You don’t need to forget everything you know about ICD-9 coding, but ICD-10 will bring a pretty significant change to ophthalmology coding in 2015.
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According to the Centers for Medicare and Medicaid Services (CMS), the transition to ICD-10 is taking place because ICD-9 produces limited data about patients’ medical conditions and hospital inpatient procedures. With ICD-9, a single code is used for a single diagnosis. With ICD-10, there are multiple codes for each diagnosis; the codes are based on the severity of the disease and the associated reasons for the diagnosis.
“This is a big change,” says Rishi Singh, MD, ophthalmologist and Medical Director of Clinical Systems at Cleveland Clinic. “Instead of just one code for macular degeneration, there are now multiple codes for macular degeneration. When you apply that same principle to a multitude of diagnoses, what was once about 10,000 codes has now become about 100,000 codes.” The new ICD-10 codes, which were originally scheduled to be enacted in 2014, will now go into effect on Oct. 1, 2015.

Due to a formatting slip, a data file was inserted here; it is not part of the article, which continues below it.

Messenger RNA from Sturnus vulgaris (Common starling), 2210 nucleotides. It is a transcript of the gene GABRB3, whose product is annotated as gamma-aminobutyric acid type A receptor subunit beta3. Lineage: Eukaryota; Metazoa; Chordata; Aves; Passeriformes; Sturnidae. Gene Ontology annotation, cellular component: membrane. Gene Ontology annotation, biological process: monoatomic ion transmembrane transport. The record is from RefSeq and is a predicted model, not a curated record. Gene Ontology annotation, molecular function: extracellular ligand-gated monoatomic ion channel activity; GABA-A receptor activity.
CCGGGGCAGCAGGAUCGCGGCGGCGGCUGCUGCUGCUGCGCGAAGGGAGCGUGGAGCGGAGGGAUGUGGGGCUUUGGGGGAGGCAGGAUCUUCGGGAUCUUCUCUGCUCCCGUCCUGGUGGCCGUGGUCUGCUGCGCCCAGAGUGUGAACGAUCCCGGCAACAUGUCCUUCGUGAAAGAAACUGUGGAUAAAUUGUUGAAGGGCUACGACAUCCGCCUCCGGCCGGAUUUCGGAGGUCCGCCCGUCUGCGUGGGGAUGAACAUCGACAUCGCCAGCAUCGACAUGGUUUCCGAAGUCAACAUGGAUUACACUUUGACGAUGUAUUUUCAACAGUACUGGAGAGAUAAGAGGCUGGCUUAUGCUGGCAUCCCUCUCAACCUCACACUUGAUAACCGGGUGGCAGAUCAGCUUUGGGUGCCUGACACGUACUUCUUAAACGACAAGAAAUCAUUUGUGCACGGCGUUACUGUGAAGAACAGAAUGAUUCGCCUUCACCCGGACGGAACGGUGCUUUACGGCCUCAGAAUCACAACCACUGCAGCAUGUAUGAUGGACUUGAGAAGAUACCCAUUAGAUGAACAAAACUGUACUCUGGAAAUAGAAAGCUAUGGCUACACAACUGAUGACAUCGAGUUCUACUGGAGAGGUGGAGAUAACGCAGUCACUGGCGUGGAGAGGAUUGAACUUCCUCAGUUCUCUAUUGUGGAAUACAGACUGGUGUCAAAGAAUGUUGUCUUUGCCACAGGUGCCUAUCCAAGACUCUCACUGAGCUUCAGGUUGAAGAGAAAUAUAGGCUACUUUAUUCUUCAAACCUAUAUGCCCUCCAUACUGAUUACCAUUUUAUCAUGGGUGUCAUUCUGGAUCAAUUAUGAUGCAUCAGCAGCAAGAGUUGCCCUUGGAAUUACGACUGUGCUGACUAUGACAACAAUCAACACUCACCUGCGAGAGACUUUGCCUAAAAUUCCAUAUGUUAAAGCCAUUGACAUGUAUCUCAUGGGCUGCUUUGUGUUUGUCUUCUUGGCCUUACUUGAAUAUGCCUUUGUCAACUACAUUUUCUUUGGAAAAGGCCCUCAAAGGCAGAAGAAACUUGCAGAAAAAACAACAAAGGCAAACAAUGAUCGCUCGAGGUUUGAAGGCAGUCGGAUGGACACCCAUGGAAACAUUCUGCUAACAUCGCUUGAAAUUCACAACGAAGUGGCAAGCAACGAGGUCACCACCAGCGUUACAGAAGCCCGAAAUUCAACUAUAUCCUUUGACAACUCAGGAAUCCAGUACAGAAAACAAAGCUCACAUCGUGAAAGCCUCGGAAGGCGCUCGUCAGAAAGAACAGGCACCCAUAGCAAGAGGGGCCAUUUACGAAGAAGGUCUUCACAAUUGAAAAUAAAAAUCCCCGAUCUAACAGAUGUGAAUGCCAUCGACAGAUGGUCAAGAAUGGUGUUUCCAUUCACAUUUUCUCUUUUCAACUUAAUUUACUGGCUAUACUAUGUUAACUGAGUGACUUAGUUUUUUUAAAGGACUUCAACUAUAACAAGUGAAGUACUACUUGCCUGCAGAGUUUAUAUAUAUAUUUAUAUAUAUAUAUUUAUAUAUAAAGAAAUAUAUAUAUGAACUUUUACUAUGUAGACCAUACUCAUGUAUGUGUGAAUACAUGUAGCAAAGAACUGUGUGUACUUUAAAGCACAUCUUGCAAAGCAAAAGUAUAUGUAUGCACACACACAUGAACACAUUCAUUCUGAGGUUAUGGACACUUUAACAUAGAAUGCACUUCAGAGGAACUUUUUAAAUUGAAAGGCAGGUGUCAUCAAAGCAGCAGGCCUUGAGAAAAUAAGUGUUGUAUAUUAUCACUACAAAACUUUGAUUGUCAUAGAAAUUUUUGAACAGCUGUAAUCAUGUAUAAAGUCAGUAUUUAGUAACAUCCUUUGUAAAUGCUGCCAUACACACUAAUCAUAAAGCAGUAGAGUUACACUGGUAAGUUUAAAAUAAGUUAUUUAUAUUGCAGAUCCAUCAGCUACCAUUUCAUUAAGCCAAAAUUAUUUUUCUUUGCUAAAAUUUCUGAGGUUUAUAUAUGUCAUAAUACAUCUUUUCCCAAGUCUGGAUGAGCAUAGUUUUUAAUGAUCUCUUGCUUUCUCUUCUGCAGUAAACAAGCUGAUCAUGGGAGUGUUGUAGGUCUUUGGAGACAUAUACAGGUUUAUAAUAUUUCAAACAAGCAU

Your EHR system can help with the update
Dr. Singh says one thing you can do to prepare for ICD-10 is to choose an EHR system with ICD-10 compatibilities.
“We provided our EHR vendor with a list of both the ICD-9 codes and the ICD-10 codes so they could be compared in the system,” he says. “They looked at where the codes had been expanded and made changes accordingly.”
A diagnosis calculator is another tool that can help you to prepare for ICD-10. “The calculator will take you through the process of choosing the right code,” says Dr. Singh. “For example, if you choose a diagnosis of diabetes, it will then give you the opportunity to choose options related to the severity of the disease and the reasons for diagnosis. Based on your responses, it will generate the correct code.” Your EHR vendor can help you to develop a calculator.
Sorting it out with your insurance provider
Insurance providers can also be a good resource for ICD-10 assistance.
“Sit down with your carriers and look at the services you’re providing,” Dr. Singh says. “Get a list of approved diagnoses based on those services and use the list to create a grid or a ‘cheat sheet’ to help you make sure you’re choosing the right code.”
Other aids for a smooth transition
To further help you prepare for the change, the American Academy of Ophthalmic Executives and the American Academy of Ophthalmology have developed a Conquering ICD-10-CM checklist. The checklist includes steps for transition planning, vendor readiness, paper charts or EHR readiness, process and document readiness, physician and staff training and conversion.
CMS has also developed some instructional videos and other resources to help you make a smooth transition.